Sunday, January 27, 2008

The French

*note from claire: let me first give you some insight into our interactions for a second. we were talking on the phone this morning, rufus having woken me up across time zones, and I mentioned that I'd posted some of the stuff he had send me to his blog as he had asked. I told him I took a few and posted them en masse, which you can see I did. Across the ocean, I heard his throat tighten slightly.

"How many?, All of them?, Just a few?"

"Just a few, to make it long enough. Some of your posts were small."

"did you leave in the titles?"

"Of course."

says kindly, and genuinely, realizing it likely doesn't matter: "well, I can't dictate how you do it."

But since I know he wanted me to do them one at a time and will be checking, his blog being pretty important to him, here you go honey, i love you and i miss you:

(Once again, The French)

The people who are renting me an apartment are extremely gracious. On the night I arrive, they welcome me into their home, during a friend’s birthday party, and give me champagne and cake. They offer me food and supplies for the apartment, and even take me out to eat after the party. They’re so friendly I’m almost afraid they’re going to rob me!

It might have something to do with Franco-American relations. They take me to McDonald’s, or “Le MacDo’s”, to get food. Afterwards, they assure me that French people really do like McDonald’s, contrary to popular belief. I’m way too polite to tell them that I don’t like McDonald’s. Instead, I joke about Pulp Fiction- they are both eating Royales with cheese. I’m a bit disturbed to find that the French really do call it “with cheese”, instead of “avec fromage”. On the other hand, if I called cheese “fromage”, I wouldn’t want to associate it with whatever the hell McDonald’s puts on their burgers.

In other MacDo’s news, they really do sell a sauce pour les potatoes frites, which really is mayonnaise. We also laugh about that scene from Pulp Fiction, and I try, and fail, to explain poutine to them.

I wonder briefly if they’re also trying to make up for the stereotype of the French as being rude. However, I have to say that my general experience is that the French are extremely warm and gracious people. I’ve had good experiences with the vast majority of French people that I’ve encountered. Maybe there’s something wrong with me!

I have a friend who speculates that it was the De Gaulle generation that really hated Americans, and he believes that the rudeness is a thing of the past. As for me, I’ve noted here before that, when Americans say that French people are rude, they really mean that Parisians are rude because the vast majority of them have only been to Paris. Moreover, they’ve been there as tourists and, like tourists to NYC, they tend to forget that it’s a thriving city where people are busy going to work and not especially inclined to stop and help them enjoy their stay. Americans in Paris tend to act like colonial settlers dealing with rude natives.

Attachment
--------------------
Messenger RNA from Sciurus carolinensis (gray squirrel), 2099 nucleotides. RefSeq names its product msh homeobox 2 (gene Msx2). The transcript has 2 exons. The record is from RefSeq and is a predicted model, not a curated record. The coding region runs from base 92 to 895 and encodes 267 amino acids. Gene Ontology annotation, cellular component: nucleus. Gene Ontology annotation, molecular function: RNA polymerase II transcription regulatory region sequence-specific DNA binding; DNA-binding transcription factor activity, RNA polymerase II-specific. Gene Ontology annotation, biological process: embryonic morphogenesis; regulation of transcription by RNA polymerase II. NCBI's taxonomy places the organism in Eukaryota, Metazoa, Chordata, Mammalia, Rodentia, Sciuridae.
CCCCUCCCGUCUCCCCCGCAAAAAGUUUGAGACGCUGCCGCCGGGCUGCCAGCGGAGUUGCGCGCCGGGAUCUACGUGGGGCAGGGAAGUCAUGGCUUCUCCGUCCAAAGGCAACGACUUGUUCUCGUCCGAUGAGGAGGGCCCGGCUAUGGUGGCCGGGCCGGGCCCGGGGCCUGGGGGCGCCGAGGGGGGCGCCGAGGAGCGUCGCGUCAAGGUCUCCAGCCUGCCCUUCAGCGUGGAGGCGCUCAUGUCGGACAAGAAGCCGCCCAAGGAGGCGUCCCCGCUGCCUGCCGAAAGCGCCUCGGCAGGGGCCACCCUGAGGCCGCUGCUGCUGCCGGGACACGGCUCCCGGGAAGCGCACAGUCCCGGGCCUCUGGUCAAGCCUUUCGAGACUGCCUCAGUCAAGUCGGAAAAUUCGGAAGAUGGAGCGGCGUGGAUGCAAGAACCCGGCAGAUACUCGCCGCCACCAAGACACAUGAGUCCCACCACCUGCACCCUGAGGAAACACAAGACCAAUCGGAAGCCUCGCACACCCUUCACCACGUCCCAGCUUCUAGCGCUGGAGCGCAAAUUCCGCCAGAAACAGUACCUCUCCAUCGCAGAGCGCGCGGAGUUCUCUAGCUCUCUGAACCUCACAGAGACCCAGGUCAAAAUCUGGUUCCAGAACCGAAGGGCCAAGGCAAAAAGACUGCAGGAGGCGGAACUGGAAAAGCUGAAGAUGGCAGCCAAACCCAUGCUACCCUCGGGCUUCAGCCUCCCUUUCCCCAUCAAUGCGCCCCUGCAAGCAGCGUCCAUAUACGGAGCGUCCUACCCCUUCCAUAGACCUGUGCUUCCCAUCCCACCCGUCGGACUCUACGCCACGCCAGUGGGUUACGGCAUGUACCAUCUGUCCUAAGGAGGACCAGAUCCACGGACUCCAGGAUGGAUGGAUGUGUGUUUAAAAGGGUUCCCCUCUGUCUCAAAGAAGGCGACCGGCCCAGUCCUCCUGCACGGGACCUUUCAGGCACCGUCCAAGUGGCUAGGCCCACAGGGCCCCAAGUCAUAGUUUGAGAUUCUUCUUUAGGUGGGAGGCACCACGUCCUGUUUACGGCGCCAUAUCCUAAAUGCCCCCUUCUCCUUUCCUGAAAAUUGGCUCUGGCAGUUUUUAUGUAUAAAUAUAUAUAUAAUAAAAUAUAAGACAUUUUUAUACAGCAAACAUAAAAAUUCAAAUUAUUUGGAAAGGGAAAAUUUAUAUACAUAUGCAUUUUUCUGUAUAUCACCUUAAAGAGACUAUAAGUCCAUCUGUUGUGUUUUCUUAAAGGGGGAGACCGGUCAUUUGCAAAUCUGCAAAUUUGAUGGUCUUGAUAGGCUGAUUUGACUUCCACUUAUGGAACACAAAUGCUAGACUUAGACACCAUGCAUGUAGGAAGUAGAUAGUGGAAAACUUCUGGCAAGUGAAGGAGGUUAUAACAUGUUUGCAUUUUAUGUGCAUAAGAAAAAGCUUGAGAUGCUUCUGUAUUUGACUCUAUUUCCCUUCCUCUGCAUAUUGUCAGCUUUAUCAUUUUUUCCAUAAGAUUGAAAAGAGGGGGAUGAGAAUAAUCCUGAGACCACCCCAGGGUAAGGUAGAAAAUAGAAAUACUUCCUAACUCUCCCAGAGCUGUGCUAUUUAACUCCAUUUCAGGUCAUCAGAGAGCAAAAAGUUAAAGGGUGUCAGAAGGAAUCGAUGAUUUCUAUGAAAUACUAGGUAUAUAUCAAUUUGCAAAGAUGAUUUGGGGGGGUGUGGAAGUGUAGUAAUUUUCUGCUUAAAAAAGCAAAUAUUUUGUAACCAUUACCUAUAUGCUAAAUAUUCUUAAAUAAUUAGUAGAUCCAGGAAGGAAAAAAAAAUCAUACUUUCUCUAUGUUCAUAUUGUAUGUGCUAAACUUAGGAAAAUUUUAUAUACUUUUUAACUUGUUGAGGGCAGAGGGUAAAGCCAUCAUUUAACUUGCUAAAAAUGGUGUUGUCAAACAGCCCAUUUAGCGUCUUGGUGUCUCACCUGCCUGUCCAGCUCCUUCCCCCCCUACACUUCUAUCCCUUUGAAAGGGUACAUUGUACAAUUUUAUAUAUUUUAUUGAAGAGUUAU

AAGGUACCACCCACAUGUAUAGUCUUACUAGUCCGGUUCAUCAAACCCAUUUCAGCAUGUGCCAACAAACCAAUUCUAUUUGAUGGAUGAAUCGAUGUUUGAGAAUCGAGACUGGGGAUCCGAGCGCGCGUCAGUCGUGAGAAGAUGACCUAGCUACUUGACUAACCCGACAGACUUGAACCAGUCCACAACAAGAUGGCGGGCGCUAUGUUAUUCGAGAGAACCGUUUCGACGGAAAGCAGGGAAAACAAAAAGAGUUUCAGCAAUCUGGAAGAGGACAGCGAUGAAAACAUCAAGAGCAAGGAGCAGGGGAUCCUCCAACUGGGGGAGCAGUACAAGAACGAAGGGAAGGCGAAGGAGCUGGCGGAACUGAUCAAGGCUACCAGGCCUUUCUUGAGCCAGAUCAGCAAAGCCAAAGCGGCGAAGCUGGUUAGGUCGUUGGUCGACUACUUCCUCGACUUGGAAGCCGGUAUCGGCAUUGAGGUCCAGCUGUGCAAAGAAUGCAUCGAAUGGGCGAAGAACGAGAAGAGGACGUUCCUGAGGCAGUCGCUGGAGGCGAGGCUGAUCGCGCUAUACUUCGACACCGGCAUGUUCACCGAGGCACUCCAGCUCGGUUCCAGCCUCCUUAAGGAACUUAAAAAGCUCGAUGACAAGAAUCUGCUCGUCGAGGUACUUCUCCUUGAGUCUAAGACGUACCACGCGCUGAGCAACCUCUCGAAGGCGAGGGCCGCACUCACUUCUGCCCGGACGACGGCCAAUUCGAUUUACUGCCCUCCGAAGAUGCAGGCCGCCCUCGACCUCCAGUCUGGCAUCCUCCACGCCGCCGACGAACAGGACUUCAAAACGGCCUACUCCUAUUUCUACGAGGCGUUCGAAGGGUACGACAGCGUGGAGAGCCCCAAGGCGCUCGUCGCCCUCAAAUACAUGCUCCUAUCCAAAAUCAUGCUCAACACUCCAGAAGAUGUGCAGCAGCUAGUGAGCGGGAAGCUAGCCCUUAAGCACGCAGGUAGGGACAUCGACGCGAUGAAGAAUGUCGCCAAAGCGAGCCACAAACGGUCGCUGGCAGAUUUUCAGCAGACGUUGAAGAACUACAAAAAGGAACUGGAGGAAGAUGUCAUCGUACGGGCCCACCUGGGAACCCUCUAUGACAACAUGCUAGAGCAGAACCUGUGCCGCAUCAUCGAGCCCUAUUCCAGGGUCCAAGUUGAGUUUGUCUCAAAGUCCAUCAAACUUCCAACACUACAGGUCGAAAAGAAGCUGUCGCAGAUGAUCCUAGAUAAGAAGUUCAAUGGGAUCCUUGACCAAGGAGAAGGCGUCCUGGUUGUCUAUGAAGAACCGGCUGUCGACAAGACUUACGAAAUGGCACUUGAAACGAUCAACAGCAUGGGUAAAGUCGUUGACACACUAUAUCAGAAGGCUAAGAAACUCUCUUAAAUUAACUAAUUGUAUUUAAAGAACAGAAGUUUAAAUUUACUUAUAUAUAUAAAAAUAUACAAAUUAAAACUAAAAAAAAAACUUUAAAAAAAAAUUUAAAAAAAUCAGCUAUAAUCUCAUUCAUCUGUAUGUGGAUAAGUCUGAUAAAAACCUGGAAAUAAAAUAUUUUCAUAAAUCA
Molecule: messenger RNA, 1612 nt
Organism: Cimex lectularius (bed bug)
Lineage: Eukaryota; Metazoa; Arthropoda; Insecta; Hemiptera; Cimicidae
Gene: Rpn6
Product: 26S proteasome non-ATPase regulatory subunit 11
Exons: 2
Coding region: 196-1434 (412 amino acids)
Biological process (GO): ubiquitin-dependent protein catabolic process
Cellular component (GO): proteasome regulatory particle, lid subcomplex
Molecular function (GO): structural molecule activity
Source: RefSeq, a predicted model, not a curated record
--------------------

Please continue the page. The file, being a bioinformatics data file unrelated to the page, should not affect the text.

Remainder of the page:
Maybe it is me though. I tend to meet extremely kind people wherever I go. I think I come across as well-meaning, if a little bit helpless. Also I genuinely enjoy most people’s company. To tell the truth, I think I generally long to be closer to other people. Unlike my grandmother though, I do not hug strangers. So, people have always been willing to help me, for the most part. I would also say that I would have accomplished very little in this life without the kindness of women. I’m probably not the only person that this is true for.

5 comments:

gregvw said...

There is always the possibility that at least some of the Americans who claimed to have been victimized by French rudeness did something to deserve it.

I personally have witness some premium American asshattery overseas. It does little to embiggen the patriot spirit.

Holly said...

Unlike my grandmother though, I do not hug strangers.

... yet.

I've wondered occasionally (most recently on Saturday when I dug my heels in about not eating at a recently re-branded restaurant that claims to be in the Chi-Chi's chain), if Americans are perceived as snotty or hypocritical or something, when not interested in eating at American chains while abroad. I know that plenty of Americans are happy to *insist* on eating at American chains abroad. I basically wouldn't eat at American chains, even in America. So it goes....

Hiromi said...

I've wondered occasionally (most recently on Saturday when I dug my heels in about not eating at a recently re-branded restaurant that claims to be in the Chi-Chi's chain), if Americans are perceived as snotty or hypocritical or something, when not interested in eating at American chains while abroad.

All the times I've been abroad, people were glad to see me take interest in the local food. Granted, I didn't say "American chains suck!" but instead "I can get that at home; I'd rather eat local food."

Rufus said...

Greg- yes, we saw this as well. Frat boys running through the Metros screaming, tourists bitching about the French people next to them- remember that very many ¨Parisians speak English as well- quite a bit of shoving and puffing.

And I've noticed that people who tell me about the rude French tend not to be the cream of the crop themselves.

Holly said...

Hiromi- "I can get that at home" is sort of the crux of the problem, since we live here, and since what we were after actually *was* not-local food. We were looking for Mexican food and found they were serving Wienerschnitzel and Wurst and so on. It's kind of mysterious to me why a place called "Chi-Chi's Tex Mex" is serving freaking sauerkraut and so on, but I guess life wouldn't be worth it without mysteries...